Drafts & Excerpts
Fast Break from Liberty
I’m the only one back on defense and my teammates yell, “foul.”
They assume if I don’t foul, the Eagles will get an easy layup and win.
They just want to survive. But I’m tired of not winning and just surviving. I followed the gov’s order and left my home peacefully and came to this camp.
I’m not fouling and giving them a chance to sink a free throw.
If there’s one truth that I learned in this camp is that freedom doesn’t exist for any of us here.
When the Eagles point guard leaped towards the hoop, I block his shot.
The gov. can get away with everything just as long as they call it WAR.
The ball bounces off the back board and to another Eagle’s player. Where are my teammates? They shoulda caught up by now. The Eagle’s forward slams it down.
And my teammates are still standing on the other end of the court.
They never thought there was a chance that I, we, could defend the fast break. That we could even win this game. And once again, I felt the pain that comes when your fellow “teammates” fail you.
Broken Glass Syndrome
"Broken glass syndrome is contagious," the developers, the greedy ones 'tell you.'
"Wait, hold up," the blamed boys of 26B are quick to correct. "They sell you, not tell you."
The lawmakers say, "If we invest in just one property, fix just one window, the neighborhood will follow suit."
But the broken glass and all the pollution are only symptoms of a fast-spreading and fatal disease. "Fixing a window is like stuffing tissue up a bloody nose," Jamal from 26B tells anyone that would listen. "You might stop the bleeding…for a minute, but that's not what's causing the blood."
Nobody hears him, and the fines for pollution go up – double – then tripled. A task force is created to prevent the onslaught of graffiti. A crackdown against code violations forces the few remaining property owners to decide between bankruptcy and selling to "out of town" investors for bargain rates.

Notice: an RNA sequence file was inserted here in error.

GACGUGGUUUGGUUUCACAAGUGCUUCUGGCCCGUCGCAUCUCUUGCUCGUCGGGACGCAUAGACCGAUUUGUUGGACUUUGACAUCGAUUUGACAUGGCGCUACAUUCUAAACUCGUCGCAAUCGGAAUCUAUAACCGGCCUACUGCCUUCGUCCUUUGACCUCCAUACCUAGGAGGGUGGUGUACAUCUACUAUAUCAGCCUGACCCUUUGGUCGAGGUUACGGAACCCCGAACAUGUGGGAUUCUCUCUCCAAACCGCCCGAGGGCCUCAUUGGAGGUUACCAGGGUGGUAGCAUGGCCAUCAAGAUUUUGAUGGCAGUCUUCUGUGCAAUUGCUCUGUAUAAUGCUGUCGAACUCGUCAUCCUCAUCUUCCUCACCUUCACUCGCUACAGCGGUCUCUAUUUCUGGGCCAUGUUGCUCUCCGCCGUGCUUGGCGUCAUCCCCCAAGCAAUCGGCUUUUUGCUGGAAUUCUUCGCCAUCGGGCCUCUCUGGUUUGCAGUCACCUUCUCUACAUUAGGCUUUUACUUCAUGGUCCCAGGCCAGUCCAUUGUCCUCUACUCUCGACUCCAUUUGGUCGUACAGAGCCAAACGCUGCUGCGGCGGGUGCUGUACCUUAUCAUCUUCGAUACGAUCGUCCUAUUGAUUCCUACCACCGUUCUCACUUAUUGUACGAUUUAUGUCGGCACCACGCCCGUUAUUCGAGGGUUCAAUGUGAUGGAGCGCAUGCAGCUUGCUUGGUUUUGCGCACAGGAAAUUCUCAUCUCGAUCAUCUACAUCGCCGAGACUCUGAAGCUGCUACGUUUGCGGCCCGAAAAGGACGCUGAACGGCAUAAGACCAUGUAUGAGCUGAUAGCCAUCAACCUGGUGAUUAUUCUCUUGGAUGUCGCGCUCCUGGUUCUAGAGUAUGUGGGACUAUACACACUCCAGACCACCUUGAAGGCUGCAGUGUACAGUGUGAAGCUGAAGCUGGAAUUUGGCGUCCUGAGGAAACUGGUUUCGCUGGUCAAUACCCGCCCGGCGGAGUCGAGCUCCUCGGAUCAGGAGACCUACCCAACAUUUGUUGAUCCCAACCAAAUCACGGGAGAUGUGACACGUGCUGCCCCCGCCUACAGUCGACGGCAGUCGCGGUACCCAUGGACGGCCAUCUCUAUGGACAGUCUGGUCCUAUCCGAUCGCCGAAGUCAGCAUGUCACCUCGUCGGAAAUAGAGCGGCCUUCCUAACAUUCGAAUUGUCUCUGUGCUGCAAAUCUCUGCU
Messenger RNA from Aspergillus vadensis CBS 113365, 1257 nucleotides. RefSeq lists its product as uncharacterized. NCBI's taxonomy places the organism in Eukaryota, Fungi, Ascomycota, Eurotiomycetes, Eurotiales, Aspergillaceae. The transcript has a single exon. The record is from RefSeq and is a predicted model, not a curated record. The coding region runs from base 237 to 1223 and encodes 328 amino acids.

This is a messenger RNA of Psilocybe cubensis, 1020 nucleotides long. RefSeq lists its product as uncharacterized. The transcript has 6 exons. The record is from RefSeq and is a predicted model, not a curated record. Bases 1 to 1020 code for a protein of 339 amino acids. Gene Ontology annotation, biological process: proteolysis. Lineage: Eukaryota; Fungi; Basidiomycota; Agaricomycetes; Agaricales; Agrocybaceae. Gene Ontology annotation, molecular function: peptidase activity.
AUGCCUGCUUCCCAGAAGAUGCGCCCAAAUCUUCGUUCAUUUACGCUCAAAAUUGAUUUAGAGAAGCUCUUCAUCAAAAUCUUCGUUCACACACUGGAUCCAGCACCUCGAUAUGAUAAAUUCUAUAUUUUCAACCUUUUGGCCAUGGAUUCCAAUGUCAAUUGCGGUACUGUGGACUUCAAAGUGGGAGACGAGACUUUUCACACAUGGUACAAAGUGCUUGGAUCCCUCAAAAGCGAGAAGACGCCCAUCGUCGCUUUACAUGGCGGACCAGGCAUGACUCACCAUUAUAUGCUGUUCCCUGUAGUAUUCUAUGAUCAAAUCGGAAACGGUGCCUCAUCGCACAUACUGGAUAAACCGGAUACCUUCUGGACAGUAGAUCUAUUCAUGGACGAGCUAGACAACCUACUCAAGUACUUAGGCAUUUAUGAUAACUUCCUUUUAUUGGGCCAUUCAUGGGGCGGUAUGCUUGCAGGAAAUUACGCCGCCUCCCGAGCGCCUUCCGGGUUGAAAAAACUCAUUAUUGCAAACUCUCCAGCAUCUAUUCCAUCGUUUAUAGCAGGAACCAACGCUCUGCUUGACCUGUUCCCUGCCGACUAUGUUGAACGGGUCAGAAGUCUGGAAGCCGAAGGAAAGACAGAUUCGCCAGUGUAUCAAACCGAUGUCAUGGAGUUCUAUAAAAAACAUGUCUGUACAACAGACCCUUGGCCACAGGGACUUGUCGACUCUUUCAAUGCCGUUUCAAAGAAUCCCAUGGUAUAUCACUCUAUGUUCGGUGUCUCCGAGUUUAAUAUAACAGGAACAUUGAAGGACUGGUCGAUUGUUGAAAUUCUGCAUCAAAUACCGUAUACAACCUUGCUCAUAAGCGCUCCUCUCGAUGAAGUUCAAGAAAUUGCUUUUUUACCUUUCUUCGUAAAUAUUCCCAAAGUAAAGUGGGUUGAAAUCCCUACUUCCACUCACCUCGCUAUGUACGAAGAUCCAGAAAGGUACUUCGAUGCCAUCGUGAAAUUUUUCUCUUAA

If their homes and stores weren't enough, a new ordinance passes, making their outdated hunkers of rides illegal to drive on the city's roads. "All their vehicles have to do is past emissions."
"But this ride is running fine, and I can't afford the repairs. And I damn sure can't afford a new ride."
"Then you must not care about the environment?"
The Judge, a distinguished lady in the eyes of the community, grills Jamal for his crimes. "Did you not deface the storefront? Huh? Did you not flipped over the trash cans aligned across the streets? Did you not throw rocks through the windows?"
Jamal says, "I did," almost with pride.
"Well…well, I don't know why anyone would destroy the place he lives in, his own neighborhood."
"Because it's not my neighborhood," he interrupts the Judge. The gavel slams, but Jamal keeps speaking to the reluctant audience. "We live in this neighborhood for now…until you move us like we are the dust you need to sweep under the couch before the guest arrives."
"Enough," the Judge yells.
It's a myth that you can end pollution by eradicating glutenous greed and outlandish laziness. "You need to end poverty," Jamal says while cleaning the same streets he trashed as part of his mandated community service. "You need to end discrimination." The new residences and store owners of a neighborhood he used to call home watch as he picks up a plastic bottle tossed aside in the street. "You can't keep dangling what I don't have in front of me and then think I won't do something about it." He grabs a handful of used plastic straws bundled up against the street curb. "If I can't have what you have, then I'm going to destroy it."
The now-retired cop, who arrested Jamal and others from 26B, has seen this played out for over 25 years. Like Jamal, he tried telling the truth to deaf ears. "If you kick a person out of his house and then don't let him in, he has no choice but break-in."